Preceramic in BoliviaEdit

The earliest cultures of Bolivia are the Wankarani culture, and the Chiripa. The earliest Wankarani sites are dated from 1800 BC onwards.[19] Wankarani culture arose in the area of the current Oruro Department in Bolivia near Lake Poopo. The Wankarani had developed a copper metallurgy by 1200 B.C.

The area of the Altiplano close to Bolivia yielded the earliest evidence of metalworking in South America. This is the site of Jisk'a Iru Muqu, also spelled Jiskairumoko, in the Lake Titikaka basin, which was first investigated in 1994. A necklace consisting of nine gold beads was found in an excavated grave located next to a Terminal Archaic pit-house. Charcoal recovered from the burial dates the gold beads to 2155-1936 cal BC[20]

Preceramic in ChileEdit

Some of the early preceramic cultures flourished both in Peru and in Chile. This applies to the Chinchorro culture that was active in what is now northern Chile and southern Peru. This culture left us the Chinchorro mummies; these are the oldest examples of artificially mummified human remains in the world. The oldest mummy recovered from the Atacama Desert is dated around 7020 BC.[21] This tradition is believed to have reached a peak around 3000 BC.

See alsoEdit

ReferencesEdit

  1. ^ Kinver, Mark (February 25, 2013). "Maize was key in early Andean civilisation, study shows". BBC News Online. Retrieved March 1, 2013. 
  2. ^ Eurekalert.org, "Oldest evidence of city life in the Americas reported in Science, early urban planners emerge as power players" Public release date: 26-Apr-2001 American Association for the Advancement of Science
  3. ^ Archaeological Site in Peru Is Called Oldest City in Americas. The New York Times - 27-Apr-2001
  4. ^ Shady Solís, Ruth Martha (1997). La ciudad sagrada de Caral-Supe en los albores de la civilización en el Perú (in Spanish). Lima: UNMSM, Fondo Editorial. Retrieved 2007-03-03. 
  5. ^ Shady Solis, Ruth; Jonathan Haas; Winifred Creamer (27 April 2001). "Dating Caral, a Preceramic Site in the Supe Valley on the Central Coast of Peru". Science. 292 (5517): 723–726. PMID 11326098. doi:10.1126/science.1059519. 
  6. ^ Haas, Jonathan; Winifred Creamer; Alvaro Ruiz (23 December 2004). "Dating the Late Archaic occupation of the Norte Chico region in Peru". Nature. 432 (7020): 1020–1023. PMID 15616561. doi:10.1038/nature03146.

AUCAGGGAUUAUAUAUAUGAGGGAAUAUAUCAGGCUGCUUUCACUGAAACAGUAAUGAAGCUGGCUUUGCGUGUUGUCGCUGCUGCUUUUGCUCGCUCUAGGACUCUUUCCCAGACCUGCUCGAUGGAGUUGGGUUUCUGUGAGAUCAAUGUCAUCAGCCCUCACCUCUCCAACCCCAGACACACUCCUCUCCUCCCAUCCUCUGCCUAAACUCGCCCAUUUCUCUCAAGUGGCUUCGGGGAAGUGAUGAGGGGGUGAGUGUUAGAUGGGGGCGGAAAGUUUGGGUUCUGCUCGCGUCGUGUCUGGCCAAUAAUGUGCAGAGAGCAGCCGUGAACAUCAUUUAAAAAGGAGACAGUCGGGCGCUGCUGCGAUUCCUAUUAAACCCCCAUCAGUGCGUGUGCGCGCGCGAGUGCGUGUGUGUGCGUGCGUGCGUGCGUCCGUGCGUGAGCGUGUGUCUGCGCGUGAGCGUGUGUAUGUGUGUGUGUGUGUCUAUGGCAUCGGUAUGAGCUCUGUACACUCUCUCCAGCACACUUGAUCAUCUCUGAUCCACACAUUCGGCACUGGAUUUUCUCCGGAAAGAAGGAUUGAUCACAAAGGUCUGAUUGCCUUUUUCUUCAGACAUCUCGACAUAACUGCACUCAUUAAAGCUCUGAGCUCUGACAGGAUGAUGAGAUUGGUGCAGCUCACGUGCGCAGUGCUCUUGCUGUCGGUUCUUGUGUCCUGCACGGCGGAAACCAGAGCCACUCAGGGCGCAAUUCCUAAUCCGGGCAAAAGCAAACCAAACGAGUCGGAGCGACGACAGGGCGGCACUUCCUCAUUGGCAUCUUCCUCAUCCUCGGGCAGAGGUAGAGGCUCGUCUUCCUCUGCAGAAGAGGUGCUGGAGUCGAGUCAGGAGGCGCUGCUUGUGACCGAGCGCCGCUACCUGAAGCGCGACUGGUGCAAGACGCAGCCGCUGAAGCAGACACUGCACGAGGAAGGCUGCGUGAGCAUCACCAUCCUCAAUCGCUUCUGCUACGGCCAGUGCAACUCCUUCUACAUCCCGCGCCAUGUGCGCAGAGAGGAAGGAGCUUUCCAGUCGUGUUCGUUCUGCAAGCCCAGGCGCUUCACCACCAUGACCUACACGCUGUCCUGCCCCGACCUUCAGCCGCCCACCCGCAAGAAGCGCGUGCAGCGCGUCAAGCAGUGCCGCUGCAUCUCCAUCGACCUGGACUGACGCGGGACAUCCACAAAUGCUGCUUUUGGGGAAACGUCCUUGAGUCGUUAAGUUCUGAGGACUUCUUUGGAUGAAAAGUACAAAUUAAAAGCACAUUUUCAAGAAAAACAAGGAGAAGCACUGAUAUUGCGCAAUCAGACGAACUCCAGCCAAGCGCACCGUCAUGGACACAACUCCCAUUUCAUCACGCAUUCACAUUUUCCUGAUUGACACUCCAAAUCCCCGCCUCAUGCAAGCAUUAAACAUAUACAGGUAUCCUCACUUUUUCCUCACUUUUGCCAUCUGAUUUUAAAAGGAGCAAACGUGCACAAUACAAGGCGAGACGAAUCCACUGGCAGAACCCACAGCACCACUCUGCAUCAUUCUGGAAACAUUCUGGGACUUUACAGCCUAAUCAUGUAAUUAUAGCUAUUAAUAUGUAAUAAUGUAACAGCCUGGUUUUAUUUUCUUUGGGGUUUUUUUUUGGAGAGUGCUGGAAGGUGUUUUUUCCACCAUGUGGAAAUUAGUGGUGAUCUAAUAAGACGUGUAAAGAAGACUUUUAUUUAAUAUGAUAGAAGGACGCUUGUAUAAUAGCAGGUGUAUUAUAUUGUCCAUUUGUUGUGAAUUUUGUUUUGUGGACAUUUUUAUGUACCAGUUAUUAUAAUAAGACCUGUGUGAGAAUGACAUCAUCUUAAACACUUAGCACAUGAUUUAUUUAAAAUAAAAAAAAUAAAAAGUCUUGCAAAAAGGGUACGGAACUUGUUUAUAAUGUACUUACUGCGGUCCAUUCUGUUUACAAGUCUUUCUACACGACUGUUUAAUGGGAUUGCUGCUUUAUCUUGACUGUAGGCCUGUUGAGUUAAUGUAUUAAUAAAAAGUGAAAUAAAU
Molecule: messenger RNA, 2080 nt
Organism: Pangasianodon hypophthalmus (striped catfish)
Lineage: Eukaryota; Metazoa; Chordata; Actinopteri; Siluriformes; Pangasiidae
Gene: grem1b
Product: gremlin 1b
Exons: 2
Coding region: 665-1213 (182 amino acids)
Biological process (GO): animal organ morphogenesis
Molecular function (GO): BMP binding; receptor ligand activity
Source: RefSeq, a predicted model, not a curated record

7. ^ See CNN, for instance.
  8. ^ Mann, C. C., ed. (2005). 1491: New Revelations of the Americas Before Columbus. University of Texas. ISBN 1-4000-3205-9. 
  9. ^ Hoag, Hanna (15 April 2003). "Oldest evidence of Andean religion found". Nature News (online). doi:10.1038/news030414-4. 
  10. ^ Hecht, Jeff (14 April 2003). "America's oldest religious icon revealed". New Scientist (online). Retrieved 2007-02-13. 
  11. ^ Jeffrey Quilter, The Ancient Central Andes. Routledge World Archaeology, 2013 ISBN 1317935241 p107
  12. ^ Stothert, Karen E. (July 1985). "The Preceramic Las Vegas Culture of Coastal Ecuador". American Antiquity. 50 (3): 613–637. JSTOR 280325. doi:10.2307/280325. 
  13. ^ William J. Mayer-Oakes; Robert E. Bell (17 June 1960). "Early Man Site Found in Highland Ecuador". Science. 131 (3416): 1805–1806. ISSN 0036-8075. PMID 17753208. doi:10.1126/science.131.3416.1805. 
  14. ^ Correal Urrego, 1990, p.70
  15. ^ Gómez Mejía, 2012, p.153
  16. ^ (in Spanish) Nivel paleoinfio abrigos rocosos del Tequendama
  17. ^ Groot, 1992, p.58
  18. ^ (in Spanish) Investigaciones arqueológicas en Villa de Leiva - Banco de la República
  19. ^ Jason (Jake) R. Fox, Time and Process in an Early Village Settlement System on the Bolivian Southern Altiplano. PhD Thesis 2007
  20. ^ Aldenderfer, Mark; Craig, Nathan M.; Speakman, Robert J.; Popelka-Filcoff, Rachel (2008), "Four-thousand-year-old gold artifacts from the Lake Titicaca basin, southern Peru", Proceedings of the National Academy of Sciences, 105 (13): 5002–5, Bibcode:2008PNAS..105.5002A, JSTOR 25461542, PMC 2278197 , PMID 18378903, doi:10.1073/pnas.0710937105 
  21. ^ Arriaza, Bernardo T. Beyond Death: The Chinchorro Mummies of Ancient Chile. Washington: Smithsonian Institution, 1995. Print.